One potentially insurmountable problem, before our real-life Avenger can assemble, though, is power. This, we are to find, becomes a recurring issue for Marvel tech in the real world.
“There are currently few power sources of sufficient energy density to sustain a full-body powered exoskeleton for more than a few hours,” admits Curran. “Non-rechargeable primary cells [batteries] tend to have more energy density and store it longer than rechargeable secondary cells, but then replacement cells must be transported into the field for use when the primary cells are depleted.”
Probably not what you want when squaring off against Thanos, to be honest.
“Rechargeable cells can be reused but may require transporting a charging system into the field, which either must recharge rapidly or be swapped out in the field, to be replaced with cells that have been slowly charging.”
“Iron Man was right to use an Arc Reactor!” concludes the professor. “It’s important to remember that a battery is electrochemical. Basically, it’s a container that is slow to fill up, holds only a finite amount of charge and has a limited lifetime. Advances in battery technology have not made anywhere near the progress of advances in, say, fiber optics or microprocessors, but there has been a steady incremental advance in many aspects of the field of batteries.”
When it comes to everyday gadgets, improvements in battery life are largely down to manufacturers reducing the power consumption of their devices. “Lower power requirements in exoskeletons can help,” suggests Curran. Basically, Iron Man needs to be a lot greener.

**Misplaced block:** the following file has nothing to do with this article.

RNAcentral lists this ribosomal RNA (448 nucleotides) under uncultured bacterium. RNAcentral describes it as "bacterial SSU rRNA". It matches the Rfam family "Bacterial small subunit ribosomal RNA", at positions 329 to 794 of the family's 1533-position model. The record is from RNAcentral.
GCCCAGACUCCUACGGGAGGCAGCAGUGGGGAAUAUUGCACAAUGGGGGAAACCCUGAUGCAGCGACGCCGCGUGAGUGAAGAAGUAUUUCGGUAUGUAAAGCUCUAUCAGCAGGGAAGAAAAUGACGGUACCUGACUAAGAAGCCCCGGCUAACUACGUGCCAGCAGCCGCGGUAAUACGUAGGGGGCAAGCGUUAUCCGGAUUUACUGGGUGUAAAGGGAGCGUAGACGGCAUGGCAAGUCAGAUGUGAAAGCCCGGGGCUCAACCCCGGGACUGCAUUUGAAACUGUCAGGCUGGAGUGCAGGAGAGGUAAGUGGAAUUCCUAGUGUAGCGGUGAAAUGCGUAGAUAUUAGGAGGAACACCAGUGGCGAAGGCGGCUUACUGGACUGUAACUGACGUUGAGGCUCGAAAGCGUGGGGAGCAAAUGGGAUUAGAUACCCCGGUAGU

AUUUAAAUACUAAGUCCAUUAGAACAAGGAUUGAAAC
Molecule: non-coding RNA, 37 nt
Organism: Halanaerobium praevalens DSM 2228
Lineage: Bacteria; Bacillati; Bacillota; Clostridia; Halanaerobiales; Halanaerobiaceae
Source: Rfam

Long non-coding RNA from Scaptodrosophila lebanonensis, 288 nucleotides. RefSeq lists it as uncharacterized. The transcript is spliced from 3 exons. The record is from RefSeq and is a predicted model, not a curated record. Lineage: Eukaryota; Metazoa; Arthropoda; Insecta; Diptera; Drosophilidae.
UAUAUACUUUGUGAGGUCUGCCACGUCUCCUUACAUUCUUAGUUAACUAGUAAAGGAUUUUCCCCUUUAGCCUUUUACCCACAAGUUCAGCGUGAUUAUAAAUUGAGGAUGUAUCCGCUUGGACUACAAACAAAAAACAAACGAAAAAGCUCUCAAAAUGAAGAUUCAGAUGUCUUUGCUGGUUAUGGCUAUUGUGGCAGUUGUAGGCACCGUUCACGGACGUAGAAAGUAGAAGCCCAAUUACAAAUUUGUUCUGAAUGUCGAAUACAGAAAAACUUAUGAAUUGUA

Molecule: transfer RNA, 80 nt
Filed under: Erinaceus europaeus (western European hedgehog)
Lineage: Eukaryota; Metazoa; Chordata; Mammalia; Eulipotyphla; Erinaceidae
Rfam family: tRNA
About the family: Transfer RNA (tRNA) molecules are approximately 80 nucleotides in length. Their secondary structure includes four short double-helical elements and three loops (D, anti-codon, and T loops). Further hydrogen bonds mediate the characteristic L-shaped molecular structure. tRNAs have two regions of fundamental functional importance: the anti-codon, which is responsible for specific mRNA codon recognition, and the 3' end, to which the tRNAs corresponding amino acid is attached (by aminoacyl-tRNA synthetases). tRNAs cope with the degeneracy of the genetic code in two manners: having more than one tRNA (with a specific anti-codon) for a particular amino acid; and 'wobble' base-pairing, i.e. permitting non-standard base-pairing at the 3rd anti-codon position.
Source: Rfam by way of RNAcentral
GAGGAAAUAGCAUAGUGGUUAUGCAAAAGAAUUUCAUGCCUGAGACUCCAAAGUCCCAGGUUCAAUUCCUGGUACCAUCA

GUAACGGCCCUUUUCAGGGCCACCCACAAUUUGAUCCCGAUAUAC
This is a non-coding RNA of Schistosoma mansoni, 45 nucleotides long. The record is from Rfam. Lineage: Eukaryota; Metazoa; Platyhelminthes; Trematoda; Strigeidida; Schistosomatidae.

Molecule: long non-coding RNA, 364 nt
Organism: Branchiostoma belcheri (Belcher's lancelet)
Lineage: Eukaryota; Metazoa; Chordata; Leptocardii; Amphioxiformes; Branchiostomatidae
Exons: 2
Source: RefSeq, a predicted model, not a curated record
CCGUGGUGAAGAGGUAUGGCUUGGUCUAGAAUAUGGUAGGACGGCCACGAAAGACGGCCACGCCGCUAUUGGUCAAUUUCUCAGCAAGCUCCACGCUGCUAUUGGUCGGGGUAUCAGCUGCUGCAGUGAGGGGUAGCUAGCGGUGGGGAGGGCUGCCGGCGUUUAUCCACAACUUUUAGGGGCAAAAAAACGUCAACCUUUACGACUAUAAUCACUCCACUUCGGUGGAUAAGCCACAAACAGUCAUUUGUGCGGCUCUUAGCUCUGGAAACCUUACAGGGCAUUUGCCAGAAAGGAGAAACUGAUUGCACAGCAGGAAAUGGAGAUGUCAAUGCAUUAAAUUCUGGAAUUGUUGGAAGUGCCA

When it comes to any real-world Avenging, the Hulkbuster is probably a more realistic proposition, suggests ABI research analyst Rian Whitton: “At least then you’re talking about a larger, more cumbersome suit that can carry all this weight.”
And the robotic appendages of Doctor Octopus are “a bit more realistic” again, he adds. “Supernumerary arms are being tested out in research laboratories, although they are far less impressive than those of Doc Ock. They could more likely function as assistive devices for people with no upper-limb mobility, as opposed to robbing banks.”
Sarcos Robotics has developed a full body exoskeleton that can help the user lift an extra 220lbs, adds Whitton. This has yet to be deployed at scale but would represent the first full body powered exosuits targeted towards the commercial space.
In the Marvel Cinematic Universe, even the most ghastly of wounds can be repaired using a skin regenerator. A quick session in Helen Cho’s Regeneration Cradle can fix some pretty nasty scrapes, courtesy of ‘nano-molecular functionality’. But is such technology bunkum or based on real science?
Just the de-aging stuff they did on me [in Captain Marvel], I’m down with that. Can I have some of that?” — Clark Gregg, who plays Phil Coulson in the MCU, on an aspect of Cho’s healing tech he’d like to see in the real world.
Craig Melson, Programme Manager at TechUK, suggests real-world developments are already heading in Cho’s direction.
“Imperial College and other universities are developing new materials to hasten skin and injury repair,” he told Fandom. “These basically talk better to the human body’s natural repair systems to heal wounds faster. We’re also using 3D printed parts in surgery, for things like hip replacements, while augmented reality is making surgery and diagnostics more efficient.”